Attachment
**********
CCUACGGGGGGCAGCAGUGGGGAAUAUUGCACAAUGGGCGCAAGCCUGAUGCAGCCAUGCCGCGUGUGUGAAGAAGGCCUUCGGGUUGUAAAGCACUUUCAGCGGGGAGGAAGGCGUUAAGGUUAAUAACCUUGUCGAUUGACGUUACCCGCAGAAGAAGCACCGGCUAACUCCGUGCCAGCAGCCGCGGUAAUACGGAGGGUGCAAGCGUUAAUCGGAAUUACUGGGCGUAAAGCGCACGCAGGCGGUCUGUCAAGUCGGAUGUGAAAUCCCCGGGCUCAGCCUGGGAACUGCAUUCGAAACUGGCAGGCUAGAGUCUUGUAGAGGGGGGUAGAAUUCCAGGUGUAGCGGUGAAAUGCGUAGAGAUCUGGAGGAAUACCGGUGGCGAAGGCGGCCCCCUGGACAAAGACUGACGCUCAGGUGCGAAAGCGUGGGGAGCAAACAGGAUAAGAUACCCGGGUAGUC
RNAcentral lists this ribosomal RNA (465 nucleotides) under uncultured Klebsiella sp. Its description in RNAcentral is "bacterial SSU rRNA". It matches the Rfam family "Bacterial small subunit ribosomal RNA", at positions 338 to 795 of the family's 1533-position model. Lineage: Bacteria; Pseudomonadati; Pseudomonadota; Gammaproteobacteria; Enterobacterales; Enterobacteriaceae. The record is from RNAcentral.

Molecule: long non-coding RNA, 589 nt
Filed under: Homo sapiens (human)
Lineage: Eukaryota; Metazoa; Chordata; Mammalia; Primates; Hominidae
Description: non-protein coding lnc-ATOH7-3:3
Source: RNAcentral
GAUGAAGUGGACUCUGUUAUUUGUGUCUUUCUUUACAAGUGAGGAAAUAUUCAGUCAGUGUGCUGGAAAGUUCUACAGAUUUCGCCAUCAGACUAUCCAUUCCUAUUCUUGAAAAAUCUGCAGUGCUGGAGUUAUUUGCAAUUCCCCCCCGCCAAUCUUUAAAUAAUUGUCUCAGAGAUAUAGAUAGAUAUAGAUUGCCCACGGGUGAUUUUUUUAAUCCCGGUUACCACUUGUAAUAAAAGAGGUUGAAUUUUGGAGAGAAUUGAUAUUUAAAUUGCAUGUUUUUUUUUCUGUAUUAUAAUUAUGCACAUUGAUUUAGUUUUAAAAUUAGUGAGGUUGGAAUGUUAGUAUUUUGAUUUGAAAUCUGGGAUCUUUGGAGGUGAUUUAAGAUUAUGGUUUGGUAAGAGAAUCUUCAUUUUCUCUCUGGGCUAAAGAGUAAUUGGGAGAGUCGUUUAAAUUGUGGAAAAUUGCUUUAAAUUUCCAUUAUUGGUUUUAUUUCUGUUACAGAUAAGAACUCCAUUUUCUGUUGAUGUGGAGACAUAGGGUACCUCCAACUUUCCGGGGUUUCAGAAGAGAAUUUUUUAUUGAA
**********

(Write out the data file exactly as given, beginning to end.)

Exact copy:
CCUACGGGGGGCAGCAGUGGGGAAUAUUGCACAAUGGGCGCAAGCCUGAUGCAGCCAUGCCGCGUGUGUGAAGAAGGCCUUCGGGUUGUAAAGCACUUUCAGCGGGGAGGAAGGCGUUAAGGUUAAUAACCUUGUCGAUUGACGUUACCCGCAGAAGAAGCACCGGCUAACUCCGUGCCAGCAGCCGCGGUAAUACGGAGGGUGCAAGCGUUAAUCGGAAUUACUGGGCGUAAAGCGCACGCAGGCGGUCUGUCAAGUCGGAUGUGAAAUCCCCGGGCUCAGCCUGGGAACUGCAUUCGAAACUGGCAGGCUAGAGUCUUGUAGAGGGGGGUAGAAUUCCAGGUGUAGCGGUGAAAUGCGUAGAGAUCUGGAGGAAUACCGGUGGCGAAGGCGGCCCCCUGGACAAAGACUGACGCUCAGGUGCGAAAGCGUGGGGAGCAAACAGGAUAAGAUACCCGGGUAGUC
RNAcentral lists this ribosomal RNA (465 nucleotides) under uncultured Klebsiella sp. Its description in RNAcentral is "bacterial SSU rRNA". It matches the Rfam family "Bacterial small subunit ribosomal RNA", at positions 338 to 795 of the family's 1533-position model. Lineage: Bacteria; Pseudomonadati; Pseudomonadota; Gammaproteobacteria; Enterobacterales; Enterobacteriaceae. The record is from RNAcentral.

Molecule: long non-coding RNA, 589 nt
Filed under: Homo sapiens (human)
Lineage: Eukaryota; Metazoa; Chordata; Mammalia; Primates; Hominidae
Description: non-protein coding lnc-ATOH7-3:3
Source: RNAcentral
GAUGAAGUGGACUCUGUUAUUUGUGUCUUUCUUUACAAGUGAGGAAAUAUUCAGUCAGUGUGCUGGAAAGUUCUACAGAUUUCGCCAUCAGACUAUCCAUUCCUAUUCUUGAAAAAUCUGCAGUGCUGGAGUUAUUUGCAAUUCCCCCCCGCCAAUCUUUAAAUAAUUGUCUCAGAGAUAUAGAUAGAUAUAGAUUGCCCACGGGUGAUUUUUUUAAUCCCGGUUACCACUUGUAAUAAAAGAGGUUGAAUUUUGGAGAGAAUUGAUAUUUAAAUUGCAUGUUUUUUUUUCUGUAUUAUAAUUAUGCACAUUGAUUUAGUUUUAAAAUUAGUGAGGUUGGAAUGUUAGUAUUUUGAUUUGAAAUCUGGGAUCUUUGGAGGUGAUUUAAGAUUAUGGUUUGGUAAGAGAAUCUUCAUUUUCUCUCUGGGCUAAAGAGUAAUUGGGAGAGUCGUUUAAAUUGUGGAAAAUUGCUUUAAAUUUCCAUUAUUGGUUUUAUUUCUGUUACAGAUAAGAACUCCAUUUUCUGUUGAUGUGGAGACAUAGGGUACCUCCAACUUUCCGGGGUUUCAGAAGAGAAUUUUUUAUUGAA